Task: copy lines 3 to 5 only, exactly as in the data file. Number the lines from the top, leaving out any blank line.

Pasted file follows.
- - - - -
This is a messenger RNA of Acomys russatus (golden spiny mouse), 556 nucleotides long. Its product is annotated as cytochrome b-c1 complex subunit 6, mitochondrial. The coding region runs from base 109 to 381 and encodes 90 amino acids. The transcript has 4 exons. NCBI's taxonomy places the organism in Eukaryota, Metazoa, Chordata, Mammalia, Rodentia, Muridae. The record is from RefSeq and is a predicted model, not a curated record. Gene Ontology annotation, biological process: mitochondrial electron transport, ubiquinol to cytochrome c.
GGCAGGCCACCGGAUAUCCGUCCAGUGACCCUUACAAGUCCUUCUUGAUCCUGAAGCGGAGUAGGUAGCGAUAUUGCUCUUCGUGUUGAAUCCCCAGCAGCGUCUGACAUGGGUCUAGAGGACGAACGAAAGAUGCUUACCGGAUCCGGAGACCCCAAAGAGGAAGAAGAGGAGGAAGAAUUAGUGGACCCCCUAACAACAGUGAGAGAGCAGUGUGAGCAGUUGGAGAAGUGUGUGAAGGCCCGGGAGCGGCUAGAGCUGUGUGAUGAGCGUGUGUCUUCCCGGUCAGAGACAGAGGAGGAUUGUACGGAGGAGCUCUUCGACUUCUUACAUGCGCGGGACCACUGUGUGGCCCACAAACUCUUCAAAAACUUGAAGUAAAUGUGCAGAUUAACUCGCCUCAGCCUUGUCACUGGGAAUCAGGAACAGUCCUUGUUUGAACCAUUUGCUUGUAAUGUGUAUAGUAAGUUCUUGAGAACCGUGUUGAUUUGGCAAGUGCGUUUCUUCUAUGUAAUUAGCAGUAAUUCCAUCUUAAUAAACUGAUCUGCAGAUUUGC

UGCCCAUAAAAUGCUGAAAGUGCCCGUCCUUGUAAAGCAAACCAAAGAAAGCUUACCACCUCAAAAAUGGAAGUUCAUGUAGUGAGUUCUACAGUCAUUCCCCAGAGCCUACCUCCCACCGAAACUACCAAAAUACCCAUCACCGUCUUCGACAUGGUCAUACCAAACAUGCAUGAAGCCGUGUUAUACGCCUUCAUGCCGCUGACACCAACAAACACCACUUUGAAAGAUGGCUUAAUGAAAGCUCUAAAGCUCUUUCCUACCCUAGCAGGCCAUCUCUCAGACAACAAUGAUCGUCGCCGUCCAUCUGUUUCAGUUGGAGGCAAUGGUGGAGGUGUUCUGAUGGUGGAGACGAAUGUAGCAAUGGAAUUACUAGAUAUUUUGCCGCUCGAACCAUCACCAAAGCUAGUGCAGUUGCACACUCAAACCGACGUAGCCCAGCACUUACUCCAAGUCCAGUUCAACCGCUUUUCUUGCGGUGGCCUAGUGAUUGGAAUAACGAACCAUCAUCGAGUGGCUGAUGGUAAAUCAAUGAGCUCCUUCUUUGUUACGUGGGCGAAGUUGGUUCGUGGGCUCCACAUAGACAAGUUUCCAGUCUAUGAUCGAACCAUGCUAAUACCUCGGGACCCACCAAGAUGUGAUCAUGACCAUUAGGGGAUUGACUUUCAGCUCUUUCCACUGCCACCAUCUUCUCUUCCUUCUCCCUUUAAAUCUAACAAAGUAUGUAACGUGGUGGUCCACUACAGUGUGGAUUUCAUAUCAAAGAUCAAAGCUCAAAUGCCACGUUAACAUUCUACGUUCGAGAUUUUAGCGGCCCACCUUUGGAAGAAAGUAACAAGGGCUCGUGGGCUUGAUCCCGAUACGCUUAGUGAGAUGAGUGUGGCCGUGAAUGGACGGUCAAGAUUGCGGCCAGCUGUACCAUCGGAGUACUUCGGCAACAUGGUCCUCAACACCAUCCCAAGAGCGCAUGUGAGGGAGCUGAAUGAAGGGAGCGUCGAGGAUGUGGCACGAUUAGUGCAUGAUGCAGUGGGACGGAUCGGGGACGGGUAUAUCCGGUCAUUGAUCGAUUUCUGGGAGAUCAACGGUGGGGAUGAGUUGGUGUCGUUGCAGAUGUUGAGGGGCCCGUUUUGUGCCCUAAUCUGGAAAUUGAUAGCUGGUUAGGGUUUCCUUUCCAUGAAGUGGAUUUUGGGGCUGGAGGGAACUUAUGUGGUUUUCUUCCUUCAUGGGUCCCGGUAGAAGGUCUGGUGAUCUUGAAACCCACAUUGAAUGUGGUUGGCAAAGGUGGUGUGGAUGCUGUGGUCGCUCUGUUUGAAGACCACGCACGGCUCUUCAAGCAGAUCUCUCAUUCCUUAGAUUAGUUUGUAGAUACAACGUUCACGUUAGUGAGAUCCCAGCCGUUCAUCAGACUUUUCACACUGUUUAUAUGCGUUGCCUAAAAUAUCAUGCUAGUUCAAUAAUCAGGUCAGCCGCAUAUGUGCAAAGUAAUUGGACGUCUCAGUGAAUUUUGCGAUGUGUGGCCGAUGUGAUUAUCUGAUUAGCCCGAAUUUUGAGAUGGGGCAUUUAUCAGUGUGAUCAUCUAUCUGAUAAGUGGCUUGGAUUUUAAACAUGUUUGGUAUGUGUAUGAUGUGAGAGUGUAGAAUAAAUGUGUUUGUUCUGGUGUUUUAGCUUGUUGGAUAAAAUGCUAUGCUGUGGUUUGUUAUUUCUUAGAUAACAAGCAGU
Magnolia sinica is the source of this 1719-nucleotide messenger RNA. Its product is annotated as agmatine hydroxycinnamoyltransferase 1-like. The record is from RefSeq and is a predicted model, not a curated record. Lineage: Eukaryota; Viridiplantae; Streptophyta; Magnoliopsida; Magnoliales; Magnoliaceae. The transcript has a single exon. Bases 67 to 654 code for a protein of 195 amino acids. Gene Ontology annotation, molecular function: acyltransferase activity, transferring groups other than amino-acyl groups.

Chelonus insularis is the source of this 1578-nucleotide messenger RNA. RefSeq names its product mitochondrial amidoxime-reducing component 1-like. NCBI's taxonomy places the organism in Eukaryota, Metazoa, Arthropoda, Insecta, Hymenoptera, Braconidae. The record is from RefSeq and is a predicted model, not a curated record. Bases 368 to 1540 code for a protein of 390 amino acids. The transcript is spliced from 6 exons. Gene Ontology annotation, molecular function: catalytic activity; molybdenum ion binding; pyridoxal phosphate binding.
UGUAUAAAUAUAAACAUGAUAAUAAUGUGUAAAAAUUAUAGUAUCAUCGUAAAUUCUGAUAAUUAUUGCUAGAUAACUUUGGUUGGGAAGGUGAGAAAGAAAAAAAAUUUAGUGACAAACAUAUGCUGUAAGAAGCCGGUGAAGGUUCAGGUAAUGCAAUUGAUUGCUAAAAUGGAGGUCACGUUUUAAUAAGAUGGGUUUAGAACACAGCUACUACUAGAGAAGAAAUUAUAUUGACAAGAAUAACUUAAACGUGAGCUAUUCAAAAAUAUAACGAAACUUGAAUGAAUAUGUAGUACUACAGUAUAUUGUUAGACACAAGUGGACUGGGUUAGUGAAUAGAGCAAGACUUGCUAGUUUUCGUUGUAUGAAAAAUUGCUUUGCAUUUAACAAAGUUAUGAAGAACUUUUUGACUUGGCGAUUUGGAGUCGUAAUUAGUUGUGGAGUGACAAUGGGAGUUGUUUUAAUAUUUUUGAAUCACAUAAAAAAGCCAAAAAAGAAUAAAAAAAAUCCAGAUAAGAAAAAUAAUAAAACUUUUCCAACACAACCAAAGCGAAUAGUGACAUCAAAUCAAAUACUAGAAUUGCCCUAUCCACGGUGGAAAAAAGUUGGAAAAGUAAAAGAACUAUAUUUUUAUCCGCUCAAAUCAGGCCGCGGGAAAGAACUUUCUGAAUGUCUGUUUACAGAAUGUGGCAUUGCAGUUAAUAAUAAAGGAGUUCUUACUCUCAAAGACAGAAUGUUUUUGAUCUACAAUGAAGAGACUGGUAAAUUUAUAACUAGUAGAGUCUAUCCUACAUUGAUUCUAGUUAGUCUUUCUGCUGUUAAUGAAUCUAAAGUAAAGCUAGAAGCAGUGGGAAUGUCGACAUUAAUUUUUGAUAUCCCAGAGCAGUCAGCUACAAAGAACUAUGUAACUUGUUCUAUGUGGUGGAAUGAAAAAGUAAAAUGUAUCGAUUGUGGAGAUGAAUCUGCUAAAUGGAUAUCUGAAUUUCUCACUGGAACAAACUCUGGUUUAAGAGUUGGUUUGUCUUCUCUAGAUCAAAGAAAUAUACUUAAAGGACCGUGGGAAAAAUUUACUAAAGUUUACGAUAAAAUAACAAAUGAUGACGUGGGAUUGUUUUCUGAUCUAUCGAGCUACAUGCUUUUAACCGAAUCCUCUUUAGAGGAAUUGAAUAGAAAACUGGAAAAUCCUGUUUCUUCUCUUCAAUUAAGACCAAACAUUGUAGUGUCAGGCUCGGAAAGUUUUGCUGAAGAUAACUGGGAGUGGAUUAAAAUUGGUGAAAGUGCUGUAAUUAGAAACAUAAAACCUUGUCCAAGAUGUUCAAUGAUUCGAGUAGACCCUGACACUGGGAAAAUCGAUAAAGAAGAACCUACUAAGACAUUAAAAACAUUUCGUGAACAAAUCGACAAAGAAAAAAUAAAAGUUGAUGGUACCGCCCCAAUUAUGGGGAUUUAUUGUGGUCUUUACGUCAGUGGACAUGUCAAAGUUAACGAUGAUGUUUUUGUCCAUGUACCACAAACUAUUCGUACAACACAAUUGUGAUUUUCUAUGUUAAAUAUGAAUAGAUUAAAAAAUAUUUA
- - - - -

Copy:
UGCCCAUAAAAUGCUGAAAGUGCCCGUCCUUGUAAAGCAAACCAAAGAAAGCUUACCACCUCAAAAAUGGAAGUUCAUGUAGUGAGUUCUACAGUCAUUCCCCAGAGCCUACCUCCCACCGAAACUACCAAAAUACCCAUCACCGUCUUCGACAUGGUCAUACCAAACAUGCAUGAAGCCGUGUUAUACGCCUUCAUGCCGCUGACACCAACAAACACCACUUUGAAAGAUGGCUUAAUGAAAGCUCUAAAGCUCUUUCCUACCCUAGCAGGCCAUCUCUCAGACAACAAUGAUCGUCGCCGUCCAUCUGUUUCAGUUGGAGGCAAUGGUGGAGGUGUUCUGAUGGUGGAGACGAAUGUAGCAAUGGAAUUACUAGAUAUUUUGCCGCUCGAACCAUCACCAAAGCUAGUGCAGUUGCACACUCAAACCGACGUAGCCCAGCACUUACUCCAAGUCCAGUUCAACCGCUUUUCUUGCGGUGGCCUAGUGAUUGGAAUAACGAACCAUCAUCGAGUGGCUGAUGGUAAAUCAAUGAGCUCCUUCUUUGUUACGUGGGCGAAGUUGGUUCGUGGGCUCCACAUAGACAAGUUUCCAGUCUAUGAUCGAACCAUGCUAAUACCUCGGGACCCACCAAGAUGUGAUCAUGACCAUUAGGGGAUUGACUUUCAGCUCUUUCCACUGCCACCAUCUUCUCUUCCUUCUCCCUUUAAAUCUAACAAAGUAUGUAACGUGGUGGUCCACUACAGUGUGGAUUUCAUAUCAAAGAUCAAAGCUCAAAUGCCACGUUAACAUUCUACGUUCGAGAUUUUAGCGGCCCACCUUUGGAAGAAAGUAACAAGGGCUCGUGGGCUUGAUCCCGAUACGCUUAGUGAGAUGAGUGUGGCCGUGAAUGGACGGUCAAGAUUGCGGCCAGCUGUACCAUCGGAGUACUUCGGCAACAUGGUCCUCAACACCAUCCCAAGAGCGCAUGUGAGGGAGCUGAAUGAAGGGAGCGUCGAGGAUGUGGCACGAUUAGUGCAUGAUGCAGUGGGACGGAUCGGGGACGGGUAUAUCCGGUCAUUGAUCGAUUUCUGGGAGAUCAACGGUGGGGAUGAGUUGGUGUCGUUGCAGAUGUUGAGGGGCCCGUUUUGUGCCCUAAUCUGGAAAUUGAUAGCUGGUUAGGGUUUCCUUUCCAUGAAGUGGAUUUUGGGGCUGGAGGGAACUUAUGUGGUUUUCUUCCUUCAUGGGUCCCGGUAGAAGGUCUGGUGAUCUUGAAACCCACAUUGAAUGUGGUUGGCAAAGGUGGUGUGGAUGCUGUGGUCGCUCUGUUUGAAGACCACGCACGGCUCUUCAAGCAGAUCUCUCAUUCCUUAGAUUAGUUUGUAGAUACAACGUUCACGUUAGUGAGAUCCCAGCCGUUCAUCAGACUUUUCACACUGUUUAUAUGCGUUGCCUAAAAUAUCAUGCUAGUUCAAUAAUCAGGUCAGCCGCAUAUGUGCAAAGUAAUUGGACGUCUCAGUGAAUUUUGCGAUGUGUGGCCGAUGUGAUUAUCUGAUUAGCCCGAAUUUUGAGAUGGGGCAUUUAUCAGUGUGAUCAUCUAUCUGAUAAGUGGCUUGGAUUUUAAACAUGUUUGGUAUGUGUAUGAUGUGAGAGUGUAGAAUAAAUGUGUUUGUUCUGGUGUUUUAGCUUGUUGGAUAAAAUGCUAUGCUGUGGUUUGUUAUUUCUUAGAUAACAAGCAGU
Magnolia sinica is the source of this 1719-nucleotide messenger RNA. Its product is annotated as agmatine hydroxycinnamoyltransferase 1-like. The record is from RefSeq and is a predicted model, not a curated record. Lineage: Eukaryota; Viridiplantae; Streptophyta; Magnoliopsida; Magnoliales; Magnoliaceae. The transcript has a single exon. Bases 67 to 654 code for a protein of 195 amino acids. Gene Ontology annotation, molecular function: acyltransferase activity, transferring groups other than amino-acyl groups.

Chelonus insularis is the source of this 1578-nucleotide messenger RNA. RefSeq names its product mitochondrial amidoxime-reducing component 1-like. NCBI's taxonomy places the organism in Eukaryota, Metazoa, Arthropoda, Insecta, Hymenoptera, Braconidae. The record is from RefSeq and is a predicted model, not a curated record. Bases 368 to 1540 code for a protein of 390 amino acids. The transcript is spliced from 6 exons. Gene Ontology annotation, molecular function: catalytic activity; molybdenum ion binding; pyridoxal phosphate binding.